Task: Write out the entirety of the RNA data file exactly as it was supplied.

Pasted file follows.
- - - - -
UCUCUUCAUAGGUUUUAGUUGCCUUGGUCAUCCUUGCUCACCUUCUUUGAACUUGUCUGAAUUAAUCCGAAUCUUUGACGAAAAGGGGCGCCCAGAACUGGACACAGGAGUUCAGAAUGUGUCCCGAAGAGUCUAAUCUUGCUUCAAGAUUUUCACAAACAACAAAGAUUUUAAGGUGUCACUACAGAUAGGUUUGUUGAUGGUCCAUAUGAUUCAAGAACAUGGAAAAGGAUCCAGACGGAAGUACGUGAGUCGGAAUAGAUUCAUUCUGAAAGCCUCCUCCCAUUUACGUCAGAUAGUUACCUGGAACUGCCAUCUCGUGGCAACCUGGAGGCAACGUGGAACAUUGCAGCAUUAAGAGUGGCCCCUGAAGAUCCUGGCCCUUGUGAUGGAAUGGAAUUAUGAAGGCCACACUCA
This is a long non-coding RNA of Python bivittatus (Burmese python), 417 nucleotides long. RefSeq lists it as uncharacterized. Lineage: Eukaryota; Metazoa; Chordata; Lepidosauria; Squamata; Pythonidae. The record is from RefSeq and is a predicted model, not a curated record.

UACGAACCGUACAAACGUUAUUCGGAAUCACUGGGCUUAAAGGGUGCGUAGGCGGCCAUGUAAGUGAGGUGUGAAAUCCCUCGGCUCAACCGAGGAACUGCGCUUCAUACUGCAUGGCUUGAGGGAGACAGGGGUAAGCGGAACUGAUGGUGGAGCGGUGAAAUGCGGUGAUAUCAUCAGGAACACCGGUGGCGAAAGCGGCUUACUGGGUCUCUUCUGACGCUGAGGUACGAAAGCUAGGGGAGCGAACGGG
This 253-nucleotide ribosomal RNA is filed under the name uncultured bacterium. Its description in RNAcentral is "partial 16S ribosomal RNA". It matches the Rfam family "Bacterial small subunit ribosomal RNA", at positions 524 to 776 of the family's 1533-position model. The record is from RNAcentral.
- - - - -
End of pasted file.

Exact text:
UCUCUUCAUAGGUUUUAGUUGCCUUGGUCAUCCUUGCUCACCUUCUUUGAACUUGUCUGAAUUAAUCCGAAUCUUUGACGAAAAGGGGCGCCCAGAACUGGACACAGGAGUUCAGAAUGUGUCCCGAAGAGUCUAAUCUUGCUUCAAGAUUUUCACAAACAACAAAGAUUUUAAGGUGUCACUACAGAUAGGUUUGUUGAUGGUCCAUAUGAUUCAAGAACAUGGAAAAGGAUCCAGACGGAAGUACGUGAGUCGGAAUAGAUUCAUUCUGAAAGCCUCCUCCCAUUUACGUCAGAUAGUUACCUGGAACUGCCAUCUCGUGGCAACCUGGAGGCAACGUGGAACAUUGCAGCAUUAAGAGUGGCCCCUGAAGAUCCUGGCCCUUGUGAUGGAAUGGAAUUAUGAAGGCCACACUCA
This is a long non-coding RNA of Python bivittatus (Burmese python), 417 nucleotides long. RefSeq lists it as uncharacterized. Lineage: Eukaryota; Metazoa; Chordata; Lepidosauria; Squamata; Pythonidae. The record is from RefSeq and is a predicted model, not a curated record.

UACGAACCGUACAAACGUUAUUCGGAAUCACUGGGCUUAAAGGGUGCGUAGGCGGCCAUGUAAGUGAGGUGUGAAAUCCCUCGGCUCAACCGAGGAACUGCGCUUCAUACUGCAUGGCUUGAGGGAGACAGGGGUAAGCGGAACUGAUGGUGGAGCGGUGAAAUGCGGUGAUAUCAUCAGGAACACCGGUGGCGAAAGCGGCUUACUGGGUCUCUUCUGACGCUGAGGUACGAAAGCUAGGGGAGCGAACGGG
This 253-nucleotide ribosomal RNA is filed under the name uncultured bacterium. Its description in RNAcentral is "partial 16S ribosomal RNA". It matches the Rfam family "Bacterial small subunit ribosomal RNA", at positions 524 to 776 of the family's 1533-position model. The record is from RNAcentral.